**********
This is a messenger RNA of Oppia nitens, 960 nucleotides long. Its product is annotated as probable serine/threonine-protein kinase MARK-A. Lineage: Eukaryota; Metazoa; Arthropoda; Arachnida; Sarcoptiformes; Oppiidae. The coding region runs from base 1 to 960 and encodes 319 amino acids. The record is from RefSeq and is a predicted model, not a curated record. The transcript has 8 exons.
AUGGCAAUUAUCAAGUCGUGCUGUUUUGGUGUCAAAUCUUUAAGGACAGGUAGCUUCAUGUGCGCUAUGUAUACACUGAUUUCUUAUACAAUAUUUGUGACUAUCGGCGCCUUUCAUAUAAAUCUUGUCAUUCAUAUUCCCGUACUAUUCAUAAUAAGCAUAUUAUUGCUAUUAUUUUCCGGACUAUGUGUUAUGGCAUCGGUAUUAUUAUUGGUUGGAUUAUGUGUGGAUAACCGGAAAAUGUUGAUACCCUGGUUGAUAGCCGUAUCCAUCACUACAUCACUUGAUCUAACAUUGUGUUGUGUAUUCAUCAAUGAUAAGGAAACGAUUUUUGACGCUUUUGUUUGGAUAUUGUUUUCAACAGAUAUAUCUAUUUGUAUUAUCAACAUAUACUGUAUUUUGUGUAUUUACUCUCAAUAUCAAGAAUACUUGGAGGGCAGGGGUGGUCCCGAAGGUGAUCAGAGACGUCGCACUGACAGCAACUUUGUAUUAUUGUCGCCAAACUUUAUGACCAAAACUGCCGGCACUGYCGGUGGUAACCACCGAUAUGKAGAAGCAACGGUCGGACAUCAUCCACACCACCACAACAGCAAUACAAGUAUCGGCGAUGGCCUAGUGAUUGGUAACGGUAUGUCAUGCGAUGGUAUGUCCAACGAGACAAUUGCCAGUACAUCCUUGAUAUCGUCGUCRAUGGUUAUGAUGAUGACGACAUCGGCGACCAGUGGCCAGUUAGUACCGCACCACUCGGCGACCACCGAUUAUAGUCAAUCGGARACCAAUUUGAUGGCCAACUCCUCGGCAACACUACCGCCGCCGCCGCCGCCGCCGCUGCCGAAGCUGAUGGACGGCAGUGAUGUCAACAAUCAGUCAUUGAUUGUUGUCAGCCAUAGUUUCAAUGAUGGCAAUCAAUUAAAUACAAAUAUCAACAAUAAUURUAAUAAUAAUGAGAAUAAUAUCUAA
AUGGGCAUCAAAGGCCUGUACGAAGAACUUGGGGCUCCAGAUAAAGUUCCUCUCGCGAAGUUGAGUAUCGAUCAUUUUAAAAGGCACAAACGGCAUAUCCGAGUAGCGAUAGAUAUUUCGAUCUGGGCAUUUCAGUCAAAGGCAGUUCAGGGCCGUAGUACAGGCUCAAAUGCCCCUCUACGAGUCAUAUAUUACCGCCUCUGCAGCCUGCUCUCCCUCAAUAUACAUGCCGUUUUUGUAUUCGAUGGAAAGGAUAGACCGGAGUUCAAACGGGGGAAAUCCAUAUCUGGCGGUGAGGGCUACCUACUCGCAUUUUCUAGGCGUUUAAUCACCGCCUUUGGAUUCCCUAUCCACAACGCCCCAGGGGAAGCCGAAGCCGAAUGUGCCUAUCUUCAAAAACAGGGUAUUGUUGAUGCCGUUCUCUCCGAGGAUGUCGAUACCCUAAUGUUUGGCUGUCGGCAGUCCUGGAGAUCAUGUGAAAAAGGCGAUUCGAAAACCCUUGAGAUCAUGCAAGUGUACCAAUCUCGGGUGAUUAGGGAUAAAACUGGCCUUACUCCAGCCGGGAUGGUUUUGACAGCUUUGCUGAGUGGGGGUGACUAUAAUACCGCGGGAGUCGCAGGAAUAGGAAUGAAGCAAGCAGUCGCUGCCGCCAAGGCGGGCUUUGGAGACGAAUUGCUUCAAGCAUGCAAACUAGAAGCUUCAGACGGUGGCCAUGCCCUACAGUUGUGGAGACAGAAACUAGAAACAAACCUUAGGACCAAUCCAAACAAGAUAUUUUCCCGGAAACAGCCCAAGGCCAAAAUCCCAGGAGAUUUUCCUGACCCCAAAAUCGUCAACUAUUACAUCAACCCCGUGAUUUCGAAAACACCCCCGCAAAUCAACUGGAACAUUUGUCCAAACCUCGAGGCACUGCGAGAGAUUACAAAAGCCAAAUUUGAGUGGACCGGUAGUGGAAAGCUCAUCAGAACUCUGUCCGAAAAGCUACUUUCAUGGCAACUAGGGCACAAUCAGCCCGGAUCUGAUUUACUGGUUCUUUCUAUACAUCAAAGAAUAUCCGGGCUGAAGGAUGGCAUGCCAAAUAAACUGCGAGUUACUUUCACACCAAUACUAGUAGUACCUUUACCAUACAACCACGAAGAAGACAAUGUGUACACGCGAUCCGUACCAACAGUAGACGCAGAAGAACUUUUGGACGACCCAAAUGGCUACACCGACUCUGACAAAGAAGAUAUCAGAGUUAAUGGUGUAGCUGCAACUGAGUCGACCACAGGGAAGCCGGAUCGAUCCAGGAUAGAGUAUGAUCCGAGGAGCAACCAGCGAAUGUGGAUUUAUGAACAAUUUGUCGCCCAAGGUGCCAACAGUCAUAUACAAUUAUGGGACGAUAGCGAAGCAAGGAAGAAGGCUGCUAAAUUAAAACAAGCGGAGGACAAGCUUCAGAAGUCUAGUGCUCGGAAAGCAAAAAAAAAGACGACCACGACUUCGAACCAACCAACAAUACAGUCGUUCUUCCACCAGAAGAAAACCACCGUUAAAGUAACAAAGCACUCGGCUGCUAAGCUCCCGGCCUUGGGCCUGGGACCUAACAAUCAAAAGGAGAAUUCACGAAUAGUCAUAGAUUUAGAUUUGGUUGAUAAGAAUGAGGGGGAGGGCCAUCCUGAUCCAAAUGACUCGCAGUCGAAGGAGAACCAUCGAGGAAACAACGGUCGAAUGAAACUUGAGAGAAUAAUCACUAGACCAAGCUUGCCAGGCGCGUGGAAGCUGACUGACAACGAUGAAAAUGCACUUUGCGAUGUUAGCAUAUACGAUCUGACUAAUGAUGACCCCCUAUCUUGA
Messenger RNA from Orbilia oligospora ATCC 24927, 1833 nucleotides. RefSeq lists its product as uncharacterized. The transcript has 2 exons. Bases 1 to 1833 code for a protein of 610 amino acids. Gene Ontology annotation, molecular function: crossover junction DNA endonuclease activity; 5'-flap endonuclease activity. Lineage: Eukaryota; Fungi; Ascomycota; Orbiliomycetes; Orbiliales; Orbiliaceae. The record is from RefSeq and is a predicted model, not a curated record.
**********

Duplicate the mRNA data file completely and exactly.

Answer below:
This is a messenger RNA of Oppia nitens, 960 nucleotides long. Its product is annotated as probable serine/threonine-protein kinase MARK-A. Lineage: Eukaryota; Metazoa; Arthropoda; Arachnida; Sarcoptiformes; Oppiidae. The coding region runs from base 1 to 960 and encodes 319 amino acids. The record is from RefSeq and is a predicted model, not a curated record. The transcript has 8 exons.
AUGGCAAUUAUCAAGUCGUGCUGUUUUGGUGUCAAAUCUUUAAGGACAGGUAGCUUCAUGUGCGCUAUGUAUACACUGAUUUCUUAUACAAUAUUUGUGACUAUCGGCGCCUUUCAUAUAAAUCUUGUCAUUCAUAUUCCCGUACUAUUCAUAAUAAGCAUAUUAUUGCUAUUAUUUUCCGGACUAUGUGUUAUGGCAUCGGUAUUAUUAUUGGUUGGAUUAUGUGUGGAUAACCGGAAAAUGUUGAUACCCUGGUUGAUAGCCGUAUCCAUCACUACAUCACUUGAUCUAACAUUGUGUUGUGUAUUCAUCAAUGAUAAGGAAACGAUUUUUGACGCUUUUGUUUGGAUAUUGUUUUCAACAGAUAUAUCUAUUUGUAUUAUCAACAUAUACUGUAUUUUGUGUAUUUACUCUCAAUAUCAAGAAUACUUGGAGGGCAGGGGUGGUCCCGAAGGUGAUCAGAGACGUCGCACUGACAGCAACUUUGUAUUAUUGUCGCCAAACUUUAUGACCAAAACUGCCGGCACUGYCGGUGGUAACCACCGAUAUGKAGAAGCAACGGUCGGACAUCAUCCACACCACCACAACAGCAAUACAAGUAUCGGCGAUGGCCUAGUGAUUGGUAACGGUAUGUCAUGCGAUGGUAUGUCCAACGAGACAAUUGCCAGUACAUCCUUGAUAUCGUCGUCRAUGGUUAUGAUGAUGACGACAUCGGCGACCAGUGGCCAGUUAGUACCGCACCACUCGGCGACCACCGAUUAUAGUCAAUCGGARACCAAUUUGAUGGCCAACUCCUCGGCAACACUACCGCCGCCGCCGCCGCCGCCGCUGCCGAAGCUGAUGGACGGCAGUGAUGUCAACAAUCAGUCAUUGAUUGUUGUCAGCCAUAGUUUCAAUGAUGGCAAUCAAUUAAAUACAAAUAUCAACAAUAAUURUAAUAAUAAUGAGAAUAAUAUCUAA
AUGGGCAUCAAAGGCCUGUACGAAGAACUUGGGGCUCCAGAUAAAGUUCCUCUCGCGAAGUUGAGUAUCGAUCAUUUUAAAAGGCACAAACGGCAUAUCCGAGUAGCGAUAGAUAUUUCGAUCUGGGCAUUUCAGUCAAAGGCAGUUCAGGGCCGUAGUACAGGCUCAAAUGCCCCUCUACGAGUCAUAUAUUACCGCCUCUGCAGCCUGCUCUCCCUCAAUAUACAUGCCGUUUUUGUAUUCGAUGGAAAGGAUAGACCGGAGUUCAAACGGGGGAAAUCCAUAUCUGGCGGUGAGGGCUACCUACUCGCAUUUUCUAGGCGUUUAAUCACCGCCUUUGGAUUCCCUAUCCACAACGCCCCAGGGGAAGCCGAAGCCGAAUGUGCCUAUCUUCAAAAACAGGGUAUUGUUGAUGCCGUUCUCUCCGAGGAUGUCGAUACCCUAAUGUUUGGCUGUCGGCAGUCCUGGAGAUCAUGUGAAAAAGGCGAUUCGAAAACCCUUGAGAUCAUGCAAGUGUACCAAUCUCGGGUGAUUAGGGAUAAAACUGGCCUUACUCCAGCCGGGAUGGUUUUGACAGCUUUGCUGAGUGGGGGUGACUAUAAUACCGCGGGAGUCGCAGGAAUAGGAAUGAAGCAAGCAGUCGCUGCCGCCAAGGCGGGCUUUGGAGACGAAUUGCUUCAAGCAUGCAAACUAGAAGCUUCAGACGGUGGCCAUGCCCUACAGUUGUGGAGACAGAAACUAGAAACAAACCUUAGGACCAAUCCAAACAAGAUAUUUUCCCGGAAACAGCCCAAGGCCAAAAUCCCAGGAGAUUUUCCUGACCCCAAAAUCGUCAACUAUUACAUCAACCCCGUGAUUUCGAAAACACCCCCGCAAAUCAACUGGAACAUUUGUCCAAACCUCGAGGCACUGCGAGAGAUUACAAAAGCCAAAUUUGAGUGGACCGGUAGUGGAAAGCUCAUCAGAACUCUGUCCGAAAAGCUACUUUCAUGGCAACUAGGGCACAAUCAGCCCGGAUCUGAUUUACUGGUUCUUUCUAUACAUCAAAGAAUAUCCGGGCUGAAGGAUGGCAUGCCAAAUAAACUGCGAGUUACUUUCACACCAAUACUAGUAGUACCUUUACCAUACAACCACGAAGAAGACAAUGUGUACACGCGAUCCGUACCAACAGUAGACGCAGAAGAACUUUUGGACGACCCAAAUGGCUACACCGACUCUGACAAAGAAGAUAUCAGAGUUAAUGGUGUAGCUGCAACUGAGUCGACCACAGGGAAGCCGGAUCGAUCCAGGAUAGAGUAUGAUCCGAGGAGCAACCAGCGAAUGUGGAUUUAUGAACAAUUUGUCGCCCAAGGUGCCAACAGUCAUAUACAAUUAUGGGACGAUAGCGAAGCAAGGAAGAAGGCUGCUAAAUUAAAACAAGCGGAGGACAAGCUUCAGAAGUCUAGUGCUCGGAAAGCAAAAAAAAAGACGACCACGACUUCGAACCAACCAACAAUACAGUCGUUCUUCCACCAGAAGAAAACCACCGUUAAAGUAACAAAGCACUCGGCUGCUAAGCUCCCGGCCUUGGGCCUGGGACCUAACAAUCAAAAGGAGAAUUCACGAAUAGUCAUAGAUUUAGAUUUGGUUGAUAAGAAUGAGGGGGAGGGCCAUCCUGAUCCAAAUGACUCGCAGUCGAAGGAGAACCAUCGAGGAAACAACGGUCGAAUGAAACUUGAGAGAAUAAUCACUAGACCAAGCUUGCCAGGCGCGUGGAAGCUGACUGACAACGAUGAAAAUGCACUUUGCGAUGUUAGCAUAUACGAUCUGACUAAUGAUGACCCCCUAUCUUGA
Messenger RNA from Orbilia oligospora ATCC 24927, 1833 nucleotides. RefSeq lists its product as uncharacterized. The transcript has 2 exons. Bases 1 to 1833 code for a protein of 610 amino acids. Gene Ontology annotation, molecular function: crossover junction DNA endonuclease activity; 5'-flap endonuclease activity. Lineage: Eukaryota; Fungi; Ascomycota; Orbiliomycetes; Orbiliales; Orbiliaceae. The record is from RefSeq and is a predicted model, not a curated record.